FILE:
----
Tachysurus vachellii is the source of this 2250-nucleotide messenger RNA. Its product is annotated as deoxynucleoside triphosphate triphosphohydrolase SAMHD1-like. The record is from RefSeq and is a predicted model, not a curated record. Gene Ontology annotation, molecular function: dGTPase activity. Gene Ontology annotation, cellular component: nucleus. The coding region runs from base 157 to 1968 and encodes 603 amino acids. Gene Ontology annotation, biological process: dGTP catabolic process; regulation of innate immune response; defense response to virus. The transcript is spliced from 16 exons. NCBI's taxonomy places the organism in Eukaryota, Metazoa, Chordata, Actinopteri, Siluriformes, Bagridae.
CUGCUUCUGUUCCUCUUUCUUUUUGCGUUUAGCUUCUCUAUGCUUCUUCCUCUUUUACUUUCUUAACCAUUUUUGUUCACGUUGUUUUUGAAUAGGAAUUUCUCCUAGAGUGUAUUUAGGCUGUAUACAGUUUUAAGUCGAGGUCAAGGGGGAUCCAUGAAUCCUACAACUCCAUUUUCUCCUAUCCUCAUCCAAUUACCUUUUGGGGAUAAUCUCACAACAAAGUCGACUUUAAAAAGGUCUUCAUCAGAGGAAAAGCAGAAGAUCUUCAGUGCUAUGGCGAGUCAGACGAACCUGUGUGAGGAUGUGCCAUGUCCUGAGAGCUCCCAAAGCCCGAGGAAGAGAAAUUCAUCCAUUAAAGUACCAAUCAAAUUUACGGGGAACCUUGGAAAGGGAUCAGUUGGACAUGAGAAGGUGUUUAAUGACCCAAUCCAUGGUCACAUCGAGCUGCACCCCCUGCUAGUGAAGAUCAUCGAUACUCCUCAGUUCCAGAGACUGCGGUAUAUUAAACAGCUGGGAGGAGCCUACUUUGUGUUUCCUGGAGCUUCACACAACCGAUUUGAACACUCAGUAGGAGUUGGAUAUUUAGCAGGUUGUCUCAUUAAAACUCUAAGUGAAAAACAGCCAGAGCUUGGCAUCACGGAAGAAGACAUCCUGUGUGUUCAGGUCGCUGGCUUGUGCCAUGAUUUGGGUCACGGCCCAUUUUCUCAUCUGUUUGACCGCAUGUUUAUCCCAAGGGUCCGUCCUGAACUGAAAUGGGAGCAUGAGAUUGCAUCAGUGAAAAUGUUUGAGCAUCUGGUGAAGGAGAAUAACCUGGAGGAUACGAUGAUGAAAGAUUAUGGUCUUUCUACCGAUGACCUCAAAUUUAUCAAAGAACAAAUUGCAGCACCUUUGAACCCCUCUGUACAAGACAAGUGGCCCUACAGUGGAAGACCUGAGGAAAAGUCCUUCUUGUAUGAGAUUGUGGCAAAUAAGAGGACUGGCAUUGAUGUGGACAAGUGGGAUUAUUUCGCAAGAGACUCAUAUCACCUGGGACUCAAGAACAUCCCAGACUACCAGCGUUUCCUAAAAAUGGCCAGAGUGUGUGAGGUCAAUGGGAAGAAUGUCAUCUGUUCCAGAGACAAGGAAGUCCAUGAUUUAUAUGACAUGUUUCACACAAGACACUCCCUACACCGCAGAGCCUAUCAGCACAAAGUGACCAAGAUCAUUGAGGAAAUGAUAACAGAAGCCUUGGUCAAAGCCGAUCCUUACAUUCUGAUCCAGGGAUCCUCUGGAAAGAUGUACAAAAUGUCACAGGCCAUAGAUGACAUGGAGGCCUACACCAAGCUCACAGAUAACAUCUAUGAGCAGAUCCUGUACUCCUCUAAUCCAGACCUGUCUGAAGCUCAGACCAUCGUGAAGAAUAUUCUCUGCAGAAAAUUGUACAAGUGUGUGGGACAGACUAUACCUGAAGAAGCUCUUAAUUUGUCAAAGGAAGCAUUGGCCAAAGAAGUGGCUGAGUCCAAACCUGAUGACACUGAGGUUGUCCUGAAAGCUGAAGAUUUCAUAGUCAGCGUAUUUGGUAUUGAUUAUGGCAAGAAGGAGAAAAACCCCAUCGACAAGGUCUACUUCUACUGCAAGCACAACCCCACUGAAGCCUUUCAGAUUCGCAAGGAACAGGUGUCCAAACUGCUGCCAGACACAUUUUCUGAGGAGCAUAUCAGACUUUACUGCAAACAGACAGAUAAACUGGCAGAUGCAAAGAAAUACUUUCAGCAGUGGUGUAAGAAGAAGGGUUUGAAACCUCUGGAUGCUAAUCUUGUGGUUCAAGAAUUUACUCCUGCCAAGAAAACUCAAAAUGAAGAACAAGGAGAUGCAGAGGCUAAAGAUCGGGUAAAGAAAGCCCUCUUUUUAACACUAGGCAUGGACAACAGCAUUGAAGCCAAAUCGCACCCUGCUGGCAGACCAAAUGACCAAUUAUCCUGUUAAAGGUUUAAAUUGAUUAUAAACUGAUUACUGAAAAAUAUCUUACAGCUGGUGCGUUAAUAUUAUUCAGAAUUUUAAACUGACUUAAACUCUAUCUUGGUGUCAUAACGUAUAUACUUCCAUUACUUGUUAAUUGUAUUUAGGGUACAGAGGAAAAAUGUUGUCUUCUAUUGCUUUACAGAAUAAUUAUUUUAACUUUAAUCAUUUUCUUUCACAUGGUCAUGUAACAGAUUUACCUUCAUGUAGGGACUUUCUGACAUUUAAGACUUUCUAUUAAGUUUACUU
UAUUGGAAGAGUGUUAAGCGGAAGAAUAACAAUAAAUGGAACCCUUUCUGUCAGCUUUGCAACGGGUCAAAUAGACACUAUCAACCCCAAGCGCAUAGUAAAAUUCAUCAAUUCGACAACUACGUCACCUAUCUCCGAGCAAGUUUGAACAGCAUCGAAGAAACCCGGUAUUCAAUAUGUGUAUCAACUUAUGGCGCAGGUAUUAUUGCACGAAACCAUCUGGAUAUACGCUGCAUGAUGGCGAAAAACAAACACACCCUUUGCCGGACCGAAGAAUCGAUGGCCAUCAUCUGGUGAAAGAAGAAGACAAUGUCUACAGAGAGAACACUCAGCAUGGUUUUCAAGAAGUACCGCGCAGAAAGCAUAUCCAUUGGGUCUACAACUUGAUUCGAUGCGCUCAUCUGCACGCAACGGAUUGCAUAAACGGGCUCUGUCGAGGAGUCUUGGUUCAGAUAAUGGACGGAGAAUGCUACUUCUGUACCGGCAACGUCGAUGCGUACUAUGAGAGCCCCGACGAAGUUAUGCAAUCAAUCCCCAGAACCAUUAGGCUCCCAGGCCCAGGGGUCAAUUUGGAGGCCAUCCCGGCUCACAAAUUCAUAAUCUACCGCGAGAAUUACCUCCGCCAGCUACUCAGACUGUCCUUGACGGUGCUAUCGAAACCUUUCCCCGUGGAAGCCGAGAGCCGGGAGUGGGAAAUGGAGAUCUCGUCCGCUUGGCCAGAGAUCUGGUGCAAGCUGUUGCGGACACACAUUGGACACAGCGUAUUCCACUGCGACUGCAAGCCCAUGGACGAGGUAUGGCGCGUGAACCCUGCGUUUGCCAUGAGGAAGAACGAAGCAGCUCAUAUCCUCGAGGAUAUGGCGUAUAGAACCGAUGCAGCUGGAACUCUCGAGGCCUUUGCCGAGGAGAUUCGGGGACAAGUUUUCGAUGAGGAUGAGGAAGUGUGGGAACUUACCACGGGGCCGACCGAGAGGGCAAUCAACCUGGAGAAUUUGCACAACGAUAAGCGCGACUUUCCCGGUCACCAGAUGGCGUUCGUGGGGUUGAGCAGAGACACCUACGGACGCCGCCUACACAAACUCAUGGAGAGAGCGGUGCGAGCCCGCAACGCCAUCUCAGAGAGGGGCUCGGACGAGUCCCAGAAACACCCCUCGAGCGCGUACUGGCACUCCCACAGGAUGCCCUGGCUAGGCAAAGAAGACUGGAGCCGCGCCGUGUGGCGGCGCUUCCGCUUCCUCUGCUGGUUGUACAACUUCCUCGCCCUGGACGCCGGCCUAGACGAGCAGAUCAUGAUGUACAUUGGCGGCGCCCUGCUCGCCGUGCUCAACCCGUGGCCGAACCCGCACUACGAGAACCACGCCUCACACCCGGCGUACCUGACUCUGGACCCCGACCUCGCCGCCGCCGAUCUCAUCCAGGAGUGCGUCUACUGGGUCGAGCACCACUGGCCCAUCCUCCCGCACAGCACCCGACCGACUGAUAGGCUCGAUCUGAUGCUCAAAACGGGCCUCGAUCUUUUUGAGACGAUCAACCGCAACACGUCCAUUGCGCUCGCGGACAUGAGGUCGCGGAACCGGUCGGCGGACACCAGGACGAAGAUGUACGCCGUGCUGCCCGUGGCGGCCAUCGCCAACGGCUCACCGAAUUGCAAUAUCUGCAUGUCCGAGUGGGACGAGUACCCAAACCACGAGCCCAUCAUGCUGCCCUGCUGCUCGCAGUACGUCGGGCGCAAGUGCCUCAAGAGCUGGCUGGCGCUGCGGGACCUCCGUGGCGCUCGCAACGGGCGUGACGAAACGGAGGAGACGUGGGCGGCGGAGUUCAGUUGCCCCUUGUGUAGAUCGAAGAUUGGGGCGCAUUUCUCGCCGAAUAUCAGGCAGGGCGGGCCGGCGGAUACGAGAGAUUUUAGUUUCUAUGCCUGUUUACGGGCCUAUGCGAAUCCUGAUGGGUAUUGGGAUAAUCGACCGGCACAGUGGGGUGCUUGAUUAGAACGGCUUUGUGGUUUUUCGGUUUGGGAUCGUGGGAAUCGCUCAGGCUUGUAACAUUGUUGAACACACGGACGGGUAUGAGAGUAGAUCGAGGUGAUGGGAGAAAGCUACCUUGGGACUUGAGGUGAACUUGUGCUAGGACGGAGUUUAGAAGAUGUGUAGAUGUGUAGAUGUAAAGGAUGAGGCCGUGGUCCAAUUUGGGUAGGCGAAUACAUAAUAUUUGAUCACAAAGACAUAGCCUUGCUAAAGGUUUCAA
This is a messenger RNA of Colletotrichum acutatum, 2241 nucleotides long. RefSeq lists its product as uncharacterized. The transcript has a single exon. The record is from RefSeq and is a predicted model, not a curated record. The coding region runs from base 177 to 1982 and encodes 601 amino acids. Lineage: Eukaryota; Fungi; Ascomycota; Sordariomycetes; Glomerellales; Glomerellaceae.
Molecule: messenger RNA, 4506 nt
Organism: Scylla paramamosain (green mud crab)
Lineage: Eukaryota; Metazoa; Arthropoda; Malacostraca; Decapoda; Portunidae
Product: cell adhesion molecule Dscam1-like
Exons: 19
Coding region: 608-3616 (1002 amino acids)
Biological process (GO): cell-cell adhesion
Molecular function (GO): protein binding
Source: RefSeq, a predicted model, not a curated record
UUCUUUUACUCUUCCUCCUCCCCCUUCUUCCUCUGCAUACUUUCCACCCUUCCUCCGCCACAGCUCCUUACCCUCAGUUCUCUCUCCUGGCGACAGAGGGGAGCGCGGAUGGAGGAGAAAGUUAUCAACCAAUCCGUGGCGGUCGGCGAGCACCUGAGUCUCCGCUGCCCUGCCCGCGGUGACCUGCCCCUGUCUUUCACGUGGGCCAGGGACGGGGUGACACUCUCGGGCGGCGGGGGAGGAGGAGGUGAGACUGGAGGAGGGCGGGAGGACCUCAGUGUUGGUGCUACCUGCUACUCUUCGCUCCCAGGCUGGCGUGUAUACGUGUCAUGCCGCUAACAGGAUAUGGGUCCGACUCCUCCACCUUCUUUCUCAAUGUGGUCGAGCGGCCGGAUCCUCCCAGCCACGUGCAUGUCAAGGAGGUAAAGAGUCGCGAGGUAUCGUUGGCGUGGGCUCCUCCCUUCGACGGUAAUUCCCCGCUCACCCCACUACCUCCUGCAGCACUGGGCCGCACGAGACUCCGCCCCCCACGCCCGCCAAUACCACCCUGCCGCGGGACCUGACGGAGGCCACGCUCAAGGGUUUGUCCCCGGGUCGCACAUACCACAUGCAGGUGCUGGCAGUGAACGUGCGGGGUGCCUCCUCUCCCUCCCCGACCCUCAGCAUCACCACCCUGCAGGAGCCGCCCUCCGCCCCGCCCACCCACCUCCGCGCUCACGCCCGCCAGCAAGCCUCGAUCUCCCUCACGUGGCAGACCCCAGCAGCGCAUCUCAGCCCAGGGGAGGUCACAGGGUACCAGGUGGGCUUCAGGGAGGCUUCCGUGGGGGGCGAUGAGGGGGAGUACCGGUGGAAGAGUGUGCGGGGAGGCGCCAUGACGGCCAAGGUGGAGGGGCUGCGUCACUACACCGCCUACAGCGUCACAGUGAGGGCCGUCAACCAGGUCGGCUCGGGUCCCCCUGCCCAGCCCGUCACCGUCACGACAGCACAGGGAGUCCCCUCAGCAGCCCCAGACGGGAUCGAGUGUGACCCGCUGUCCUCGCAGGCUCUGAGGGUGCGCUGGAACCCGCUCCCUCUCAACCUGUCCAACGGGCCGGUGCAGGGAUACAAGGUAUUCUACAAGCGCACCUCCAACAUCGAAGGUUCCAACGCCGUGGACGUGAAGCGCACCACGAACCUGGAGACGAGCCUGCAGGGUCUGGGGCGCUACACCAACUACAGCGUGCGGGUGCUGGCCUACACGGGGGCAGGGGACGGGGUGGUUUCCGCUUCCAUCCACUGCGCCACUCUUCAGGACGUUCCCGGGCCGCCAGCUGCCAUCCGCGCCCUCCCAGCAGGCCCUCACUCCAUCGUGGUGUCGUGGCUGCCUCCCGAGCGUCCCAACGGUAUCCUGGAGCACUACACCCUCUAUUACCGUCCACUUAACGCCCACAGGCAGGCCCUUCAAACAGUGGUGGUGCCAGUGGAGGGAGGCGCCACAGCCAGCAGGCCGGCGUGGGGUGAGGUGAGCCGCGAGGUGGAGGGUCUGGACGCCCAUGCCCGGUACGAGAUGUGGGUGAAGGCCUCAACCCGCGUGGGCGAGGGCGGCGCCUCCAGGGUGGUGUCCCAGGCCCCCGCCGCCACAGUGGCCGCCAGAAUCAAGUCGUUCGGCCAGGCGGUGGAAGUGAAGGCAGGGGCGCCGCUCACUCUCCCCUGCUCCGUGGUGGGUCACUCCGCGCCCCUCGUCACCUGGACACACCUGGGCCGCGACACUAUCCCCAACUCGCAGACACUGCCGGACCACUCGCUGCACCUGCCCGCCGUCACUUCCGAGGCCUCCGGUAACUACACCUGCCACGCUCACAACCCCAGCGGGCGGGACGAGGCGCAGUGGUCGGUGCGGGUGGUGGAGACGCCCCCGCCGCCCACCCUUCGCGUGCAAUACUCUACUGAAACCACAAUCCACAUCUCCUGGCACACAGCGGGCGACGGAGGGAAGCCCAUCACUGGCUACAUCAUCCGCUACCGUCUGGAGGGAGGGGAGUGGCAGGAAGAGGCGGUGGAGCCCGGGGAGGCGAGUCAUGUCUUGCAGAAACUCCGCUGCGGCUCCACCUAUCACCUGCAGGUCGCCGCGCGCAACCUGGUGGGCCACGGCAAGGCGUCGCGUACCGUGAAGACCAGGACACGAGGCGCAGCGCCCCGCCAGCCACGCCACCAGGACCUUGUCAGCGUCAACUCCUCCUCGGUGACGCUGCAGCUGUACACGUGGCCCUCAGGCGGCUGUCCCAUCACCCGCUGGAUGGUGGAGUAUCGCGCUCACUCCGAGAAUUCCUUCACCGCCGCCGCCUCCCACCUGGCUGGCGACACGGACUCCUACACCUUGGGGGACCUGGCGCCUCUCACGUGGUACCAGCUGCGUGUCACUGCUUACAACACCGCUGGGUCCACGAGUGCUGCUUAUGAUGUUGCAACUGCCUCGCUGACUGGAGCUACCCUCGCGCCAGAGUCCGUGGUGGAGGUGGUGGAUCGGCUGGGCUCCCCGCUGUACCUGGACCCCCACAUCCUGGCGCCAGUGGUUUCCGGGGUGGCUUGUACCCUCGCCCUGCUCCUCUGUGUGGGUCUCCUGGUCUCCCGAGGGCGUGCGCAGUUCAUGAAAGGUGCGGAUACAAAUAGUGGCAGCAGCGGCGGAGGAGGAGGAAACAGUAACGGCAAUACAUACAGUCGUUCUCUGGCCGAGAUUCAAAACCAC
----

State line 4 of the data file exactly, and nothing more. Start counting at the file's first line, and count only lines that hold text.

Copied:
This is a messenger RNA of Colletotrichum acutatum, 2241 nucleotides long. RefSeq lists its product as uncharacterized. The transcript has a single exon. The record is from RefSeq and is a predicted model, not a curated record. The coding region runs from base 177 to 1982 and encodes 601 amino acids. Lineage: Eukaryota; Fungi; Ascomycota; Sordariomycetes; Glomerellales; Glomerellaceae.